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Covington Personal Injury Law Blog

The dangers of nighttime driving

The change back to standard time can make rush hour driving even more dangerous for Kentucky motorists. Earlier sunset means many people are suddenly driving in the dark after months of driving in daylight at the same time of day. Nighttime is statistically the most dangerous time for driving, according to the National Safety Council, and the risk of a fatal crash is three times greater at night than during daylight.

Darkness causes changes in depth perception, which can make driving more difficult. Color recognition and peripheral vision are also compromised when driving in the dark, and the addition of headlight glare from other vehicles can make the situation even worse. During rush hour, many drivers may be fatigued after a day at work. All of these factors contribute to the higher risk of crash at this time of day.

Woman loses kidney after surgeon mistakes it for tumor

Some Kentucky residents might have heard that a doctor in Florida was sued after removing a kidney from a woman who went in for another type of surgery. The woman was supposed to have bones fused in her lower back.

One of the surgeons mistook her kidney for a tumor and removed it. The lawsuit argued that the woman had no say in the matter. Her two primary surgeons settled for $250,000 each. There was also an undisclosed settlement with the surgeon who made the error although he admitted no wrongdoing. While the primary surgeons had malpractice insurance, the one who made the error did not.

AAA warns against reckless driving on Halloween

Halloween can be fun for both children and adults in Kentucky, but the festivities lead some to drive recklessly or while intoxicated by alcohol. The National Highway Traffic Safety Administration reports that the "witching hour" for drunk driving crashes is between 6 p.m. on October 31 and 6 a.m. on November 1. Many of these are caused by drivers aged 21 to 34.

Knowing that all age groups are at risk on Halloween night, AAA Northeast has provided several tips for keeping safe. Those who intend to party should plan ahead because even one alcoholic beverage can make them a threat behind the wheel. They could designate a driver, use public transportation or contact a ride-hailing service. Individuals should also prevent drunk friends from driving.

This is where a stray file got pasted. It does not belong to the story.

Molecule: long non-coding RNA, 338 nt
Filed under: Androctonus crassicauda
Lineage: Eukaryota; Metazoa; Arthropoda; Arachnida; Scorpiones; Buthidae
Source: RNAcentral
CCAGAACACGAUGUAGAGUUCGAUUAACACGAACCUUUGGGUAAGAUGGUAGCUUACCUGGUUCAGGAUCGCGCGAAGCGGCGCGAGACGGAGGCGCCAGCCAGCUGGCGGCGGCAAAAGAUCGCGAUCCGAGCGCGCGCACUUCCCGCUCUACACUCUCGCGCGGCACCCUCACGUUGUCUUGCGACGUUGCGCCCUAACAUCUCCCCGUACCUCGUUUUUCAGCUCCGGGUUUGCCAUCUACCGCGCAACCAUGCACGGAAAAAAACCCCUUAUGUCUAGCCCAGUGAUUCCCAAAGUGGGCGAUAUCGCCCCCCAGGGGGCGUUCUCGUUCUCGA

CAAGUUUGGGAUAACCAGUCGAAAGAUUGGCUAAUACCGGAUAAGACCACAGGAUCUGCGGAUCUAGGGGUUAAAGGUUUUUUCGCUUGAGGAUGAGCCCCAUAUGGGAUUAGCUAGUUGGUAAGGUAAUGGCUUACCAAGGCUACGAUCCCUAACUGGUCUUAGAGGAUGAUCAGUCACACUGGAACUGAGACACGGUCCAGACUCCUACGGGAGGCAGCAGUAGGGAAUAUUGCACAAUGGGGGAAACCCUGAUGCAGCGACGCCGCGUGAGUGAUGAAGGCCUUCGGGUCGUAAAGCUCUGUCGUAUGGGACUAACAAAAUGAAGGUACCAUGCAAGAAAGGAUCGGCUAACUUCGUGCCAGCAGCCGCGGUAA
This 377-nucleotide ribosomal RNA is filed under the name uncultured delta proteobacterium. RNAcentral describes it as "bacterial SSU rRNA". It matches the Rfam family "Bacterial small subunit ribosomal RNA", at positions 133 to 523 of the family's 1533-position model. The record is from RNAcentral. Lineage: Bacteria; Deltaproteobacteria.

Scheduled for surgery? Read this first

There are many skilled and diligent surgeons in Kentucky. When you suffer from a health condition that necessitates surgery, it can be a bit distressing to have to entrust your well-being to a surgeon and other medical team members. Your goal, of course, is to treat whatever adverse condition you have and to ultimately achieve a full recovery.  

The problem is that surgeons and medical staff members are human beings who are capable of committing errors. Beyond that, they are also capable of direct negligence, which, in a surgical setting, can have disastrous, if not fatal results. Before you undergo an operation, you'll want to learn as much about surgical errors as possible and know where to seek support if a problem arises

Understanding intersections and the dangers that lie within

If you frequent Kentucky roadways by motor vehicle, you likely know how terrifying it can be to have a tractor-trailer suddenly come barreling alongside or behind you. It can be quite frustrating as a motorist to see one of these massive vehicles moving at speeds that are no doubt far exceeding the legal limit. Mergers and other areas of the road are especially dangerous when tractor-trailers are present.  

In fact, intersections are some of the most high-risk areas that exist on Kentucky roads. You may have several types of intersections where you live. The problem is that no matter how alert or cautious you are behind the wheel, you are not in control of another driver's behavior and if he or she is negligent, you may be the one to suffer.  

Foundation for Traffic Safety studies teen driving fatality rates